In these cases we see the microlibertarian position in action: limits on state power work for the small stuff, but not for the big stuff. Consequently, the powers and prerogatives most central to state power—and which offer the greatest threats to the lives and freedoms of ordinary people—get a free pass. 

This isn’t to say that the “small stuff” is unimportant. Of course it is good and important to condemn rent control and the drug war and the countless ways that states impoverish and control us. I have written on many such topics myself and have published many articles on these topics on mises.org. Rothbard certainly did not ignore these topics. On the other hand, to oppose rent control while also favoring the mass murder of 100,000 civilians is not simply a matter of having some minor “blind spot.” It is an enormous contradiction.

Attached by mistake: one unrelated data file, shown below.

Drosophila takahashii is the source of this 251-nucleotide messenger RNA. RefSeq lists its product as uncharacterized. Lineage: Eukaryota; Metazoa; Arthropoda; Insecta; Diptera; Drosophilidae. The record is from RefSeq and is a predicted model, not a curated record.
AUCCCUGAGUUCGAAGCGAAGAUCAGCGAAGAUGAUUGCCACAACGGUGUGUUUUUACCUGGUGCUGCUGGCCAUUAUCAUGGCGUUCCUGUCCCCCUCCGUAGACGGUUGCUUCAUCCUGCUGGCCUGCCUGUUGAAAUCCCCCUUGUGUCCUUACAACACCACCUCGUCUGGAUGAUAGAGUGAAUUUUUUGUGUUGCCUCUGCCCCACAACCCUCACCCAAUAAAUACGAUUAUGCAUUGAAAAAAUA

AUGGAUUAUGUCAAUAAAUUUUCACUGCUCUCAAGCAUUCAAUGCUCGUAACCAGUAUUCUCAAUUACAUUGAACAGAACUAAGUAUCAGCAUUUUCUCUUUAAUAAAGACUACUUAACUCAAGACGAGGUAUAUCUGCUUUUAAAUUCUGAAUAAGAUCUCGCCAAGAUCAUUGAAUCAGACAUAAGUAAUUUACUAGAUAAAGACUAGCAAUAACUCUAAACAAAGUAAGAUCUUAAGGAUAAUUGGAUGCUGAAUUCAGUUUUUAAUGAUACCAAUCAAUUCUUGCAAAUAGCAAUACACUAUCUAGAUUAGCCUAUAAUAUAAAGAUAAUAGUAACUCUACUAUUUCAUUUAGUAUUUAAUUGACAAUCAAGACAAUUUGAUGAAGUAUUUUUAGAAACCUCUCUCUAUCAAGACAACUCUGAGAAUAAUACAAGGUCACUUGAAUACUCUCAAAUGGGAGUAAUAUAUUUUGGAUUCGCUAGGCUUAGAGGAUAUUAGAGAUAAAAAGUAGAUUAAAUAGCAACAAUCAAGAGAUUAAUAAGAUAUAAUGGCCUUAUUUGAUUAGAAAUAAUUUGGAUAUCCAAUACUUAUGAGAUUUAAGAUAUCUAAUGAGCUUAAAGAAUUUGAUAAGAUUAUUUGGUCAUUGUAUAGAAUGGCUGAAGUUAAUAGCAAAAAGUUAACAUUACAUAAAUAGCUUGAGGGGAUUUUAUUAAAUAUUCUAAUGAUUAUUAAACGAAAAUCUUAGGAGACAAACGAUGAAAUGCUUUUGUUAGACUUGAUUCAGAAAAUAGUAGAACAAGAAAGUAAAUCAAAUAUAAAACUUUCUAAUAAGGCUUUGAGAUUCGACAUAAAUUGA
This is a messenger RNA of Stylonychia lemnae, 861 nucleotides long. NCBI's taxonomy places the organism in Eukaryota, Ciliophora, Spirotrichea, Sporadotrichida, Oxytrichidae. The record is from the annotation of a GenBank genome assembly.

To take this position is to refuse to hit the state where it hurts. It reflects a fundamental complacency when it comes to murderous and despotic state power so long as that power is used during alleged “emergencies.” This is an extremely common position, of course, and many well-meaning people embrace it. Those who do, however, are effectively neutralized when it comes to opposing the issues most dear to states and their agents.

Note: The views expressed on Mises.org are not necessarily those of the Mises Institute.